Spanish Prime Minister Mariano Rajoy's administration is negotiating on two fronts. First, it is discussing the terms of the bailout for its banking sector after the European Union guaranteed up to 100 billion euros ($131 billion) in aid for Spanish banks in June. Second, Madrid wants assistance from the European Central Bank, which in early September announced a program to buy bonds on secondary markets to suppress borrowing costs for countries under high pressure in the markets. This program applies only to countries that formally request support from the European Stability Mechanism, Europe's permanent bailout fund, and is subject to conditions imposed by the European Union. These conditions are championed by Germany, which believes that countries receiving this kind of assistance must commit to economic reforms. Germany fears that European institutions' intervention in the debt markets would lead countries to relax their policies of fiscal discipline.
The Rajoy government is divided between those who believe an agreement should be reached immediately with the European Central Bank and European Stability Mechanism and those who want to wait. Spanish media reports indicate that Economy Minister Luis de Guindos is pushing for an immediate request for assistance from the European Central Bank to lower Spain's risk premium. In de Guindos' view, Spain could benefit from a mechanism that has never been implemented before, since it would give Madrid the opportunity to negotiate favorable terms.
But Rajoy believes that Madrid does not have to make a decision right away. The recent announcement that the European Central Bank may buy Spanish debt and the German Constitutional Court's recent approval of the European Stability Mechanism have brought some calm to the financial markets.
Moreover, Rajoy wants to minimize the conditions that the European Union could request in return for the bailout. On Sept. 14, de Guindos announced that Spain is considering new economic reforms that have not yet been determined. Spain's strategy is to implement reforms before asking for assistance in the debt markets to prevent an agreement with the European Union that would involve constant monitoring of the Spanish economy similar to the regular visits that officials from the European Union and International Monetary Fund make to Greece, Ireland and Portugal.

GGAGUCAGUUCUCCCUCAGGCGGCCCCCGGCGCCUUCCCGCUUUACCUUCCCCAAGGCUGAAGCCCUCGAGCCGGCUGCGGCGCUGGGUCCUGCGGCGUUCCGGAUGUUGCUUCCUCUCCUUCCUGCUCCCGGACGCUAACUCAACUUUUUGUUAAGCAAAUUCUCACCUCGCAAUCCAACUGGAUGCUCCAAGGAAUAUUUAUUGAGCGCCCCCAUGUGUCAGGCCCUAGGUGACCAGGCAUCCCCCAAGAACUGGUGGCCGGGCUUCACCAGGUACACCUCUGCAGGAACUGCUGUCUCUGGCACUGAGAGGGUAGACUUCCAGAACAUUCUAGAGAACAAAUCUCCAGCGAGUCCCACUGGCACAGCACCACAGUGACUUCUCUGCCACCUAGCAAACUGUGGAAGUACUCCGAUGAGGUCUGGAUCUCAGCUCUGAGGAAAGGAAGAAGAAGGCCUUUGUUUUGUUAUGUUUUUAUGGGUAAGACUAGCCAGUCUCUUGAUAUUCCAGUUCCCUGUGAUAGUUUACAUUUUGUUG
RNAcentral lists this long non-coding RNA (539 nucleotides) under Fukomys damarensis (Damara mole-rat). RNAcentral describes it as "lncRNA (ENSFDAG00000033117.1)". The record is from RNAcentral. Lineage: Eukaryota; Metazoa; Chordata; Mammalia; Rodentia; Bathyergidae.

Rajoy is also delaying the decision for political reasons. The autonomous regions of Galicia and the Basque Country will hold elections Oct. 21. Rajoy believes that asking for yet another bailout will be unpopular at home and would undermine his party's chances in regional elections. Rajoy could continue with negotiations for the bailout but not make a formal request until after the elections. Despite the internal discussions and divisions within the Cabinet, Rajoy's position probably will prevail.
Other Countries' Interest
Italy is particularly interested in the negotiations between Spain and the European Union. Like Spain, Italy has enjoyed a few weeks of relative calm in the bond markets following the announcement of the European Central Bank's program and the ratification of the European Stability Mechanism by the German Constitutional Court. Rome believes that if EU institutions assisted Madrid, Italian bond yields would drop because of the resulting boost to the credibility of the European Union. Moreover, if Madrid gets an advantageous agreement with the European Union, it would set a precedent for Rome should it need a similar agreement. However, Italian Prime Minister Mario Monti hopes to avoid formally requesting help from the European Union and that assistance to Spain will be enough to bring Italy's yields down.
Ireland is also closely following Spain's negotiations with the European Union. In November 2010, Dublin received a sovereign bailout that was largely used largely to rescue its banking sector. Since then, Dublin has been trying to reduce the weight that the Irish bank bailout represents on the Irish sovereign debt.
EU leaders pledged at a summit held June 28-29 to "break the link between bank bailouts and sovereign debt." During the summit, officials agreed that banking debt bought up by the European Stability Mechanism would not in the future count as sovereign debt. However, Ireland's strategy has concrete institutional limits. European leaders promised that Spain — and therefore Ireland — would not be liable for their bank bailouts but only after the European Union created a banking union.
The European Commission presented a proposal for a banking union Sept. 12, but such a union probably will not be created this year. As a result, Dublin will be following Spain's negotiations closely, expecting to receive similar treatment once Madrid and its lenders reach an agreement.
After it completes negotiations for its banking bailout, Spain will be under increasing international pressure to decide whether it will formally request help from the European Union to suppress its borrowing costs. Other eurozone countries will take cues from Spain's decisions. Rajoy and Irish Prime Minister Enda Kenny will hold bilateral meetings with Monti on Sept. 21 at a summit of Christian Democratic parties. After those meetings, the three leaders will have more clarity about what to expect from other players in the eurozone's periphery.